“The music started, and Phil began his reading and at the line ‘‘he was very well read for a kid of fourteen in the public schools,’ Karen starts laughing hysterically, and all of us hear her through our headphones but keep playing. Phil smiled, and he had a mischievous grin as he kept reading, making even more lines even more humorous.

“You can hear how perfect his comic delivery is on this track. You can also hear the fun we were all having, making music, getting into the profound humor of Phil’s marvelous poem about the stupidity of all teenagers and all of our fear, anxiety, and caution disappeared. That is the first track on the CD, and that is the take we used. Of course, we had to mute out Karen’s laughing, but you can hear it in our playing. Magic. Being around Phil was magic.”

For any musician, naming a favorite song on their album is a tough ask. This was no exception for Boone. After naming off several songs; “Gin” because of the fun experience, “A Dozen Songs Plus One” because it was difficult to compose, or “They Feed the Lion” because of the simmering anger in Levine’s voice; Boones’ choice came down to the song that strikes a chord with many who live in Central California — “Our Valley.”

“We played it on that first concert, and it’s the only composition from then that survives. And the poem so accurately describes this valley — my home, Phil’s home and the home of almost everyone involved in this project — in a profound and touching way.”

Since “The Poetry of Jazz” was recorded, two masters of their craft have passed away — Poet Laureate Philip Levine in 2015 and drummer Brian Hamada in August 2018. Boone had warm words for both.

“Phil’s poetry and performance is just so musical,” said Boone. “When he was with us it wasn’t like he was reading the poetry on top of us, rather it was like he was the member of the band. Amazing musicianship and timing. What an honor to be able to collaborate with him.”

“Brian Hamada was (it hurts me to use past tense) a truly world-class musician. Notice I didn’t say ‘drummer.’ Yes, he could play the drums amazingly well, but he always did it incredibly musically. Instead of being flashy, Brian always focused on supporting the other musicians and making them sound good,” said Boone. “What an honor to be able to collaborate with him. He was also a calming ‘Zen’ presence. We all miss him terribly.”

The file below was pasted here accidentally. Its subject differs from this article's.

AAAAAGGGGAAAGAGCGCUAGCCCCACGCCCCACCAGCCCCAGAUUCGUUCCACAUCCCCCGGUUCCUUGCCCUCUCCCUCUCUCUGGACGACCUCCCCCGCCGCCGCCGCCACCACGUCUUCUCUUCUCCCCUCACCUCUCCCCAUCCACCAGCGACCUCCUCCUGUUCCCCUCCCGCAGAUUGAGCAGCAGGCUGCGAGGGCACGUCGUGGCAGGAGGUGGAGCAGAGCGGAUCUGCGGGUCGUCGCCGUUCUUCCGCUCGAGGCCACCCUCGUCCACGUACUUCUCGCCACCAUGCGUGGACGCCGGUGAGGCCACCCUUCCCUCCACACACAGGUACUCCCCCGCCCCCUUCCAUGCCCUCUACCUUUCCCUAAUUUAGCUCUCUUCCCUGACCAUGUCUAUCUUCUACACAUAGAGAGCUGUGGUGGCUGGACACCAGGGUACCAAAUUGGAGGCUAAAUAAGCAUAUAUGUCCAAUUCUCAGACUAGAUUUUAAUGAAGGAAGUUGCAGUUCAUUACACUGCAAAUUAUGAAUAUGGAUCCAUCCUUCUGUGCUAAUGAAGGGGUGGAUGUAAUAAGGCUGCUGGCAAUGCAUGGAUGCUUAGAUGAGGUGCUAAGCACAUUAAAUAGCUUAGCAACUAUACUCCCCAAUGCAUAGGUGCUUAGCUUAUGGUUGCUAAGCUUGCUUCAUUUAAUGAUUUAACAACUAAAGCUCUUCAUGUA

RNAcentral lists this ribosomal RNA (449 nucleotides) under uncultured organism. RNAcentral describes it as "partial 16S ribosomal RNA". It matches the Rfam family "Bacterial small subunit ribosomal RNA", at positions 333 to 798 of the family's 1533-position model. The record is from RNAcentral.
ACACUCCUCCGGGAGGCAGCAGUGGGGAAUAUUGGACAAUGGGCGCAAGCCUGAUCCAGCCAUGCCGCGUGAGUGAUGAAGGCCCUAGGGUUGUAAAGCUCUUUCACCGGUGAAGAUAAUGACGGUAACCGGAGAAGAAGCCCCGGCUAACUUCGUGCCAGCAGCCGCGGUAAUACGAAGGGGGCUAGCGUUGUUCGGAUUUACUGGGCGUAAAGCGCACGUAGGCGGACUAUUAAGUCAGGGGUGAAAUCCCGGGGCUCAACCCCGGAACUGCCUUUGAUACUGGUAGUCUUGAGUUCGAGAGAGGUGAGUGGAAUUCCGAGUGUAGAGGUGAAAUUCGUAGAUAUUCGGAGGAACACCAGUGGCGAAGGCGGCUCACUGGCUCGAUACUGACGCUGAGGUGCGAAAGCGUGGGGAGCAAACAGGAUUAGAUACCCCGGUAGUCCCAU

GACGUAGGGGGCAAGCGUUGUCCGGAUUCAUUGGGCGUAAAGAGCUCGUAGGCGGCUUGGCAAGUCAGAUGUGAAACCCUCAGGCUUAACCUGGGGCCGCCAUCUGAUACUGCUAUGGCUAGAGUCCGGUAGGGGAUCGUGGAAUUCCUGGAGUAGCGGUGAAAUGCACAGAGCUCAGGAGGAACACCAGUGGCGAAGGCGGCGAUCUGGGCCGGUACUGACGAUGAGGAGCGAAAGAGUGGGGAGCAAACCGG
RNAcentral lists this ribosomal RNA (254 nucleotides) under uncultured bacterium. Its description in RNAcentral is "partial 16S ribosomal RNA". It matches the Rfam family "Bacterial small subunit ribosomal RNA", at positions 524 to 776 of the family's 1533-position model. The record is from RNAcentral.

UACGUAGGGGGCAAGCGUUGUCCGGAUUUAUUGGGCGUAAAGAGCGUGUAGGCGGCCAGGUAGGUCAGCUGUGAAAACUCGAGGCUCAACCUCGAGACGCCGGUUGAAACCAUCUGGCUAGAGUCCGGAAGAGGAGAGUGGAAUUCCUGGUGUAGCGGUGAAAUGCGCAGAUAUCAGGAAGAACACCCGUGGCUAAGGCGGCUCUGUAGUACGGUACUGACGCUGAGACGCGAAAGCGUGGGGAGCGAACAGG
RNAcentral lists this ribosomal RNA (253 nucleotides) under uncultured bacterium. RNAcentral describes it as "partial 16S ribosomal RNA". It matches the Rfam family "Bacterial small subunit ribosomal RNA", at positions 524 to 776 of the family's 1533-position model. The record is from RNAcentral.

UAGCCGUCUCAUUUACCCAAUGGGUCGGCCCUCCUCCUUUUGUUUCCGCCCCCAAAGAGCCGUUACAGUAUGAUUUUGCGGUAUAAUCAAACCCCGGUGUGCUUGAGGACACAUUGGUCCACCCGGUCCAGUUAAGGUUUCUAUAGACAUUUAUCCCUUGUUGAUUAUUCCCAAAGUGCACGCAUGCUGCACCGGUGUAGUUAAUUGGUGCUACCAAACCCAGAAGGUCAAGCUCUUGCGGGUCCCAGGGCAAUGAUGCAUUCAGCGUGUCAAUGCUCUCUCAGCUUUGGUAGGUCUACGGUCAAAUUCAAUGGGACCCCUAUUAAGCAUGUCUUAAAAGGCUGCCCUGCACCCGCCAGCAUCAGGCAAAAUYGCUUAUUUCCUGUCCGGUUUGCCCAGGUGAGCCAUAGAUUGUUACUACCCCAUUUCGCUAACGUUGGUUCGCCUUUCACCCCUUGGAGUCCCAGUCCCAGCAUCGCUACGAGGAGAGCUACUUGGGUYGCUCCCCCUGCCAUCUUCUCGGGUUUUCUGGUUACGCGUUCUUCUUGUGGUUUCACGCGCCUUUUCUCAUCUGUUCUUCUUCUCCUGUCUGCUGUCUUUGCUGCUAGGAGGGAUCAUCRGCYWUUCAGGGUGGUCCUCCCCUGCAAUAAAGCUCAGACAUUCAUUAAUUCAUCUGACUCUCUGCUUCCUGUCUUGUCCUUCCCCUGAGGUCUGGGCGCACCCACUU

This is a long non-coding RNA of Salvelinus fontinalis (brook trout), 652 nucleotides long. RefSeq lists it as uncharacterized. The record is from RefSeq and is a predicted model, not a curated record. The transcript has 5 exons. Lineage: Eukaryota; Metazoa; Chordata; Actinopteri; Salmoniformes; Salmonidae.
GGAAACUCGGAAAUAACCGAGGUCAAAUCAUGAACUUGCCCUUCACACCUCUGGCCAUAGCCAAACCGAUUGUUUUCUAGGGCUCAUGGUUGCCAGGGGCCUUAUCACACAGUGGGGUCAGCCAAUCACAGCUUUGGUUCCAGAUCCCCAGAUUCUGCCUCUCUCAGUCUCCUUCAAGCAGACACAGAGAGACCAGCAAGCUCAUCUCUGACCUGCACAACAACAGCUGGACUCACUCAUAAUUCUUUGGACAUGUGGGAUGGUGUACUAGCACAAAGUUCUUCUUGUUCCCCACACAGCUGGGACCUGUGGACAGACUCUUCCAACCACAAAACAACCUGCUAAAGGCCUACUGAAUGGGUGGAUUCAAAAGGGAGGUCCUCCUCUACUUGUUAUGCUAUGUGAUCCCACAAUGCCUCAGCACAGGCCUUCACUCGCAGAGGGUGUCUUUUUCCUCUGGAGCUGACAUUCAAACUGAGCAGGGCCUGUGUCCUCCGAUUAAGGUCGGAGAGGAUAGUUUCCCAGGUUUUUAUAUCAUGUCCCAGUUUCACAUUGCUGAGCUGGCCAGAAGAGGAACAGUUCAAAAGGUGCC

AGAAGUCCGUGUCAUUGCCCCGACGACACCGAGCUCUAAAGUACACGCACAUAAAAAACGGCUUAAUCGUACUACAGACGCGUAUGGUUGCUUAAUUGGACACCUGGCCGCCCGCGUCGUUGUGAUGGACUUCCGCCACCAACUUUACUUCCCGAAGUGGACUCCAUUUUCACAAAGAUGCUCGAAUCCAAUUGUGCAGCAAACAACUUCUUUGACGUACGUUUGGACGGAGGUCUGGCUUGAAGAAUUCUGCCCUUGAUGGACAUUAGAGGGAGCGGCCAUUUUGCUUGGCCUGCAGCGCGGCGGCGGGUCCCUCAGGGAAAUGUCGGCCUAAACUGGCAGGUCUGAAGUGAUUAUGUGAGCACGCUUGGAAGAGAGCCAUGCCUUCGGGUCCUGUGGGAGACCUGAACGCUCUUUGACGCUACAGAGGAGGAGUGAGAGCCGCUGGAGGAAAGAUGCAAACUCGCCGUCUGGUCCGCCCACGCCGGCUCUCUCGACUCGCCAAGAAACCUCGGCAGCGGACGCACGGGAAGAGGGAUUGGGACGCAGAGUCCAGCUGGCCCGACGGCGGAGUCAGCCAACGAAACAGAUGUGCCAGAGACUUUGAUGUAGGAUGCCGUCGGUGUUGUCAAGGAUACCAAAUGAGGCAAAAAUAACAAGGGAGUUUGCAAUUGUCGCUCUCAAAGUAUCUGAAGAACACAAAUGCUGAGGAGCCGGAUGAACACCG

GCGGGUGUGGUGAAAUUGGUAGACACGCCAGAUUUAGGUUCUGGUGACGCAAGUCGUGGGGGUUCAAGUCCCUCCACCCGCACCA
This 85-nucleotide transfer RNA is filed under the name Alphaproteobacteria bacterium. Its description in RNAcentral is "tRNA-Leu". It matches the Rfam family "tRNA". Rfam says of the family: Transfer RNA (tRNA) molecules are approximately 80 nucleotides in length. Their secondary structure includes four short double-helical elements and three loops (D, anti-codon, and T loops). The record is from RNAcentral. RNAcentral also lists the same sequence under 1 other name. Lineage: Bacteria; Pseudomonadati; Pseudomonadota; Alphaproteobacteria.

levine band bw 4

Combining one of the great humanists of our time with a group of talented artists has produced results which both critics and the public have found remarkable; an achievement the Fresno State College of Arts and Humanities takes pride in. In a parting thought, Boone agreed.

“This collaborative, interdisciplinary project speaks to the power of the combined arts to communicate that which is difficult to communicate and is indicative of what the College of Arts and Humanities can do when given the resources it needs. It is through artistic expression and humanistic investigation that we learn how to seek truth, and how to be human. That is what Phil’s poetry is about to me at its core. What type of people do we want to be? What is truly valuable in our brief time on this earth? Do our actions represent these values?

“Fresno State has historically fostered an environment in which artists and humanists can thrive, and doing so has improved the experiences of our students, the community and our society immeasurably. It has also led to having two U.S. Poet Laureates in a brief span of time, and it is what led to these projects. It is my profound hope that this support for the arts and humanities will not only continue but be augmented, fostered and grown.”